Now, such lousy arguments do not come out of ignorant or moron people. They then must be desperate of finding any better argument to make. The defense they make is itself a counter-testimony against the inserted non-canonical books into the holy Canon of Scripture.  

 

 

 

·         Considering these books inspired by some fathers.

 

   ^ To begin with, No father has said explicitly these books are inspired.

 

   ^ However, perhaps some thought of that as they dealt with them in manner that stands on the same level as the canonical books. It is interesting that the most irrigating example is pope Gregory the great, who testified explicitly that first Maccabees is not canonical, a statement that came in a context referring to that book as one of a non-canonical group of alike books (they must be the ‘Deuterocanonical books,’ what else?) [ix]

   Now let Pope Gregory, or/and whoever else, wrongfully or even rightfully, partially or even wholly, believes that all of these books are inspired [x], that proves nothing about the canonicity. (See the discussion at the beginning of the difference between both concepts.)

 

   ^ Even more, that proves further they did not believe they are canonical. When one who thinks that an inspired book is non-canonical, that means it must have been VERY non-canonical, SO non-canonical, OVERWHELMINGLY non-canonical that the one who thought of it as inspired dared testify it was non-canonical.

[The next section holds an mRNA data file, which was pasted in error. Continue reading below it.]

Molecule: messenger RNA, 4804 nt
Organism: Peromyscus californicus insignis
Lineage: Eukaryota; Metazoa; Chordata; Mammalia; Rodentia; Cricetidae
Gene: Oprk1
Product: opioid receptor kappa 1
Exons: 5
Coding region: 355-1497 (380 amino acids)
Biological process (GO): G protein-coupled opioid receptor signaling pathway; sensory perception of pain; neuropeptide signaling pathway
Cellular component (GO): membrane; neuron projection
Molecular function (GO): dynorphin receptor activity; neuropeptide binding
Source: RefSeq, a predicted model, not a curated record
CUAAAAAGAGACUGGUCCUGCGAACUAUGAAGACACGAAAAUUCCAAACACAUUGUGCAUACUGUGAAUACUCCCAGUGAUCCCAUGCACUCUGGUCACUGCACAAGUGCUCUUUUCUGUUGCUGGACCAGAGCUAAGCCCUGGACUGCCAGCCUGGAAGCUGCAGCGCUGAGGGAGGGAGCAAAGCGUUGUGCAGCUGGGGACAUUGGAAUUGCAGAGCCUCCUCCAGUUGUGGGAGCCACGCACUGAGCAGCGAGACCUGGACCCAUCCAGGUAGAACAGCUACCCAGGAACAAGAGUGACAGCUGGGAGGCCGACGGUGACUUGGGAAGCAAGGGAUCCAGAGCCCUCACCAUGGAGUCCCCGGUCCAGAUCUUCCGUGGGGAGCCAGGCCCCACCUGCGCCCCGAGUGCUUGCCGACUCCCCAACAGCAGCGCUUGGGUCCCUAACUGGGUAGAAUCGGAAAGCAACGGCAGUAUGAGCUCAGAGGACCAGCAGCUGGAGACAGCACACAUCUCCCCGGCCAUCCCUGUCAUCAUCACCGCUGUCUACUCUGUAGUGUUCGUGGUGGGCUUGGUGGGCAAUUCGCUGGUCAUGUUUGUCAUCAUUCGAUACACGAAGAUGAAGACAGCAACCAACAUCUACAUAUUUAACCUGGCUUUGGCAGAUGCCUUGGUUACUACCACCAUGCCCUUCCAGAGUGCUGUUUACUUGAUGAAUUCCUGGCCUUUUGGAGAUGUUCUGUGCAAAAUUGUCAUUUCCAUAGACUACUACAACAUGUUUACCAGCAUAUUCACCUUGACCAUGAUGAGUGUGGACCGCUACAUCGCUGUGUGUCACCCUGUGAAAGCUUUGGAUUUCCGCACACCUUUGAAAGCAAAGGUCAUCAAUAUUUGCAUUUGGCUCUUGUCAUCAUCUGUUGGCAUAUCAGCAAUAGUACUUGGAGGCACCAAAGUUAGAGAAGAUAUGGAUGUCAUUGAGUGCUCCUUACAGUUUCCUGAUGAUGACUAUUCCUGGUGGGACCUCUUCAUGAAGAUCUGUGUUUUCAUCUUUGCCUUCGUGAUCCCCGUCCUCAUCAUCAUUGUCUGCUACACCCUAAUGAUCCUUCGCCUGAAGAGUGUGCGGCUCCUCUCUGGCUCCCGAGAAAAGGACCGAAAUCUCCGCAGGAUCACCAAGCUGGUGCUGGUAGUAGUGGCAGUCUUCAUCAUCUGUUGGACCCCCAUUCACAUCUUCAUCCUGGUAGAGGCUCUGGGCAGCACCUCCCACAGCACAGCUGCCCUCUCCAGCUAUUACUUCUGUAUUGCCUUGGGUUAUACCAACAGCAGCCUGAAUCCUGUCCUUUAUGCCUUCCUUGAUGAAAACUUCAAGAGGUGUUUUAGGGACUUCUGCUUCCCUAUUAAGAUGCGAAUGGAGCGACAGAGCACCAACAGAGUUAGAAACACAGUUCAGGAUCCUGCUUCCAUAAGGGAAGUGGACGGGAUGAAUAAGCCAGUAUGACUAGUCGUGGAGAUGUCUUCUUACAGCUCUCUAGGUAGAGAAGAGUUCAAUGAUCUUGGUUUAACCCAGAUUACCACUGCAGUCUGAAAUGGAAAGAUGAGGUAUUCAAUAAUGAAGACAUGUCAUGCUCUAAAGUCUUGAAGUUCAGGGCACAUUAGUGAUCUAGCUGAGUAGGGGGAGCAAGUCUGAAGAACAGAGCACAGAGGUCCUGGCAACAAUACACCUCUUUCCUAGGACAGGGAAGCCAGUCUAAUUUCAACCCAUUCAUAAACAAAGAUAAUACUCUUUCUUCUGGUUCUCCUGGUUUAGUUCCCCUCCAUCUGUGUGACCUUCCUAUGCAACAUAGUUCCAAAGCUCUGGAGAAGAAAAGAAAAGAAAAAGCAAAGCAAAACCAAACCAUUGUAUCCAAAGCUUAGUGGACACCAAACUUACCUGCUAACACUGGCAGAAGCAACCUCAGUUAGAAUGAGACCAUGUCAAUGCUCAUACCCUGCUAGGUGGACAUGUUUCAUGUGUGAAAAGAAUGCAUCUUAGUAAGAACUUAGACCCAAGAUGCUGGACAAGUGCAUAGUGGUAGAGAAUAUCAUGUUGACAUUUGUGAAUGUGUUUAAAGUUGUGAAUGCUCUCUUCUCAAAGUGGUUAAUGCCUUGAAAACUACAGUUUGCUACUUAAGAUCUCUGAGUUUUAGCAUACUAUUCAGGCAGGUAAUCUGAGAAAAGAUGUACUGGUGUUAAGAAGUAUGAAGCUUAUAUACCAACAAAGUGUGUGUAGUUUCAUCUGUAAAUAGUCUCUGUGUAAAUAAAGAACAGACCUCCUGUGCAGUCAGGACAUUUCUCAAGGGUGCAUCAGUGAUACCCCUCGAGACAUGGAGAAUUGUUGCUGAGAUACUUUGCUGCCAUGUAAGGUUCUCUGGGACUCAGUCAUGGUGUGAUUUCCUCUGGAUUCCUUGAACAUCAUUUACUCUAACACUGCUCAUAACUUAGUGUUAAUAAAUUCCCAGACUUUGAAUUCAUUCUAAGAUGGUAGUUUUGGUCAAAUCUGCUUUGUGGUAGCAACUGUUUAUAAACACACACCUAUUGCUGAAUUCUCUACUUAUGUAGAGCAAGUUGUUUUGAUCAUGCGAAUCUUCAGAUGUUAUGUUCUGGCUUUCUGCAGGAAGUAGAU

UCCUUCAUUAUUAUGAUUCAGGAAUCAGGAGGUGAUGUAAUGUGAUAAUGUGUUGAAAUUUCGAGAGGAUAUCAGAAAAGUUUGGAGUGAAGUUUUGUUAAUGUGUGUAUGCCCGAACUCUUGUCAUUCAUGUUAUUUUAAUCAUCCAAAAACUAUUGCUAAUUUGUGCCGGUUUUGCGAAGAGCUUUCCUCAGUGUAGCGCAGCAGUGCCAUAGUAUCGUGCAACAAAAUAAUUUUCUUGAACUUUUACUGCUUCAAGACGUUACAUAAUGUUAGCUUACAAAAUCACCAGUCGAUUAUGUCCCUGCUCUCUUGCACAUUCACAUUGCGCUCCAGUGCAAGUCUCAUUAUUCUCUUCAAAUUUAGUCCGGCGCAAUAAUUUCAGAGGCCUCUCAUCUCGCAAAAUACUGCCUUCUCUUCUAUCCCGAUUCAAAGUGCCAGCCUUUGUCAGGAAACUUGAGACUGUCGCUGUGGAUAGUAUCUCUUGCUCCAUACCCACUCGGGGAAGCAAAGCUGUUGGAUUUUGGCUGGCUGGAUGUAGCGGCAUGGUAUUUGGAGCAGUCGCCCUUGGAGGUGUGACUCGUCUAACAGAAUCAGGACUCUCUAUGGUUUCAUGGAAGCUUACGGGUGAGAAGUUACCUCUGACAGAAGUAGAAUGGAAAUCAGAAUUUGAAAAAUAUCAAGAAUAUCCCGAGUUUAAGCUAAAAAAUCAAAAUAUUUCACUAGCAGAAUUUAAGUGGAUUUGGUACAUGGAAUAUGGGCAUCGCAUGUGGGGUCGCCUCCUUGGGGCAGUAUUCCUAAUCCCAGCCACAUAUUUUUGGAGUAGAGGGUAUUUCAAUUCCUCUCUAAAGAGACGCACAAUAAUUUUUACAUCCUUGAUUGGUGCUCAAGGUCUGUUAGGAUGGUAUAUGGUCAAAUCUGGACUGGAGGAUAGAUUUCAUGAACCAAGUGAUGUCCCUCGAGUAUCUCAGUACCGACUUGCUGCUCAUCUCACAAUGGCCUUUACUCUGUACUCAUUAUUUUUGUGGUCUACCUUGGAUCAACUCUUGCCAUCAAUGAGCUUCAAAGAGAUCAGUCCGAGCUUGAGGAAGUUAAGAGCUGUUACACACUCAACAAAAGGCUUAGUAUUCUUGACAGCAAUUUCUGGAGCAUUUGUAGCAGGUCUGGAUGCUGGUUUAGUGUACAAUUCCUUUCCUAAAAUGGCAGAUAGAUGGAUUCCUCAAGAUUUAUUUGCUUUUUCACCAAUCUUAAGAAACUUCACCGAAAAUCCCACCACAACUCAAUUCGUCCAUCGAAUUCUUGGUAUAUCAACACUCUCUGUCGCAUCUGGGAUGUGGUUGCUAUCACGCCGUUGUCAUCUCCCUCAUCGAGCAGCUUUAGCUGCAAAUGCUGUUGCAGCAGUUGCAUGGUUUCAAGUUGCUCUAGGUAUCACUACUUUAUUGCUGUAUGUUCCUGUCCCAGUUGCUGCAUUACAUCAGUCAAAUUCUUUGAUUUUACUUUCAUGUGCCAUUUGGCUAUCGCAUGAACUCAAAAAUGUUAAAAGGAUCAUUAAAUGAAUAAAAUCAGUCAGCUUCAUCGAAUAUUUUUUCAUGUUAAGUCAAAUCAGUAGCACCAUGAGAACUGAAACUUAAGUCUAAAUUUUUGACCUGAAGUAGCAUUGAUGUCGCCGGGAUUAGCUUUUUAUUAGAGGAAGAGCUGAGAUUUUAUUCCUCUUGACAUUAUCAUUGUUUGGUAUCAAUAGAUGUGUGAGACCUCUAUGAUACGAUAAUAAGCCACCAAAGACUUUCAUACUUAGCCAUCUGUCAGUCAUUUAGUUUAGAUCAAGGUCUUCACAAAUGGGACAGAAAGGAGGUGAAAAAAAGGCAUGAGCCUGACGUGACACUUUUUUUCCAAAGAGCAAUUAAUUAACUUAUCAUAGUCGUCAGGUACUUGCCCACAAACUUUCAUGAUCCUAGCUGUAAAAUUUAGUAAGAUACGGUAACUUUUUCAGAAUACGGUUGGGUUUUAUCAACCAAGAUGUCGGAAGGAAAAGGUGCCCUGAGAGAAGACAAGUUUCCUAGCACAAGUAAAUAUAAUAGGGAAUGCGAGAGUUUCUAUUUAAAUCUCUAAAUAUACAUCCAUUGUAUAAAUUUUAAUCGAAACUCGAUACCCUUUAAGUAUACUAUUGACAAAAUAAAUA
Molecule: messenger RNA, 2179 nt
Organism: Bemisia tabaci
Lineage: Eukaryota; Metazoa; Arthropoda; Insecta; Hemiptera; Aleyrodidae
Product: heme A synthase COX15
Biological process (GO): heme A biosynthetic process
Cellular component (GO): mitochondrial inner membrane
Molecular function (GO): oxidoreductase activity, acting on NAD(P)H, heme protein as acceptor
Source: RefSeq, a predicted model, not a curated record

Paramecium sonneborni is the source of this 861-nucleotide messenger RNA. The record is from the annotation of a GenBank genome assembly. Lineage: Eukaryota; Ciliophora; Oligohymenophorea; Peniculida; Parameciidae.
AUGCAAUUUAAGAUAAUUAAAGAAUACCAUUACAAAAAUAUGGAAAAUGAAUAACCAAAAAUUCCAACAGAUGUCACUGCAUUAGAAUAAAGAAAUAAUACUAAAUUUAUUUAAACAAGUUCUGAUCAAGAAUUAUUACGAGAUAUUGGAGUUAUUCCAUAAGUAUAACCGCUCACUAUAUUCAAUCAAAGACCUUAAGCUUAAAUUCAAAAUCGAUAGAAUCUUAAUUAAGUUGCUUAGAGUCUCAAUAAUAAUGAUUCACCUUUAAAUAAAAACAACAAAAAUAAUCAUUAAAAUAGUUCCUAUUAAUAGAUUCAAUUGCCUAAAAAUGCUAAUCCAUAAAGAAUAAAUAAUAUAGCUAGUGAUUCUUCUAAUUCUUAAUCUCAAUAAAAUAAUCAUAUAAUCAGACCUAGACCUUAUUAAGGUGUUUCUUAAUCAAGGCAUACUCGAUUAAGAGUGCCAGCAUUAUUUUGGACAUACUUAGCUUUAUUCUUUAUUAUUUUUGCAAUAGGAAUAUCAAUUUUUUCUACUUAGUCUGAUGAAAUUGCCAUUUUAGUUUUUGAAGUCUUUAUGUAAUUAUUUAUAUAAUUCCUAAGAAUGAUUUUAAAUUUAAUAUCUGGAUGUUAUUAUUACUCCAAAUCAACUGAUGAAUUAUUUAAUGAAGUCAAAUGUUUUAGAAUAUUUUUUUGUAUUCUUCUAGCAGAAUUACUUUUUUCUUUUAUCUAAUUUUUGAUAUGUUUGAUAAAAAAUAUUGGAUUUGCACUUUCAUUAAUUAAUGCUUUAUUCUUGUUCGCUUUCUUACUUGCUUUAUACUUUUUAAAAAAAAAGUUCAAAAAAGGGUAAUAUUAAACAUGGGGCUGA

·         The Nicene council is alluded to in one of Jerome’s writings as approving the canonicity of Judith!

 

   That is what Jerome wrote in his preface to his translation of Judith, “Among the Jews, the book of Judith is counted/considered [legitur] among the apocrypha; the basis for affirming those [apocryphal texts] which have come into dispute is deemed less than sufficient. Moreover, since it was written in the Chaldean [he means Old Aramaic] language, it is counted among the historical books. But the Nicene Council is considered to have counted this book among the number of sacred Scriptures. I have acquiesced to your [pl.] request (or  should I say demand!): and, my other work set aside, from which I was vehemently restrained. I have given a single night's work (lucubratiuncula), translating according to sense rather than verbatim. I have cut back the most error-ridden of many codices: I was able to discover only one with coherent expression in Chaldean words, to be expressed in Latin.” [xi]